Cybersecurity firm Cyble found hackers selling over 267 million Facebook records for £500 (US$623) on dark websites and hacker forums. In a blog post, Cyble claimed that the records contain information that could allow attackers to perform spear phishing or SMS attacks to steal credentials.
“One of the threat actors have dropped an online bomb by dropping the identities of 267 million Facebook Users for 500 Euros,” the post read.
The exposed information includes email addresses, names, first name, last name, last connection, status, age, phone numbers, Facebook IDs, dates of birth, age, and other personal data. However, the company clarified that none of the records include passwords. However, the information is enough for hackers to launch phishing campaigns and other online frauds, experts stated.
Cyble researchers were able to download and verify the records. It is said that the affected users may access this data on Cyble’s data breach monitoring platform. “At this stage, we are not aware of how the data got leaked at the first instance, it might be due to a leakage in third-party API or scrapping. Given the data contains sensitive details on the users, it might be used by cybercriminals for phishing and spamming,” the researchers added.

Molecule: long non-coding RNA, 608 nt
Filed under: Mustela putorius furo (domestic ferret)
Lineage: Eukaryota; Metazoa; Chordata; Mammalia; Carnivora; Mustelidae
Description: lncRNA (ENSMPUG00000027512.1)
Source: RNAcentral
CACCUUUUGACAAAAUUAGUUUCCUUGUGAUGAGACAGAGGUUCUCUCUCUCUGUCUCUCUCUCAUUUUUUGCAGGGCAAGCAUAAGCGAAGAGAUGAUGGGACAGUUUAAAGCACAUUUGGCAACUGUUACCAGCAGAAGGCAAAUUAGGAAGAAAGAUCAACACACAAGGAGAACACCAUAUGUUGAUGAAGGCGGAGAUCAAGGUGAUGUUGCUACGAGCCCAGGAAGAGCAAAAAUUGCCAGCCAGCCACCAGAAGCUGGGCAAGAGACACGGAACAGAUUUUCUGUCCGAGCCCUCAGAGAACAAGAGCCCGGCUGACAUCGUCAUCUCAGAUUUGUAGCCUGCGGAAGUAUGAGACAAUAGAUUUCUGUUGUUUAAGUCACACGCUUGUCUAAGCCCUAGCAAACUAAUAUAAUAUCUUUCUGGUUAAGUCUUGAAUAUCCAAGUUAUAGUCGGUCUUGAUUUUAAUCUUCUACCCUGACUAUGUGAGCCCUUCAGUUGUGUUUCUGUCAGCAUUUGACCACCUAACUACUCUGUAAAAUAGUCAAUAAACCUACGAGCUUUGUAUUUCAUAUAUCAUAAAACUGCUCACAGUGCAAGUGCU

Since there is a rise in potential phishing attacks, Cyble suggested that users strengthen the privacy settings on their Facebook profiles and be vigilant on suspicious emails and text messages.
Same Records on Different Hacking Forum
In December 2019, security researcher Bob Diachenko and security firm Comparitech discovered an open Elasticsearch database that contained over 267 million Facebook records, mostly of U.S. users. The records included information like names, phone numbers, and Facebook IDs.
According to the researcher, the incident occurred due to illegal scraping operation or Facebook API abuse by cybercriminals in Vietnam. The exposed data was also posted on a hacker forum for download. Diachenko stated that 267,140,436 records were exposed in the incident, which could be used by attackers to launch SMS spam and phishing campaigns. Commenting on the reason for data leak, Diachenko said that Facebook’s API could have a security hole that would allow intruders to access personal data even after access was restricted or hackers might have stolen by scraping publicly visible profile pages.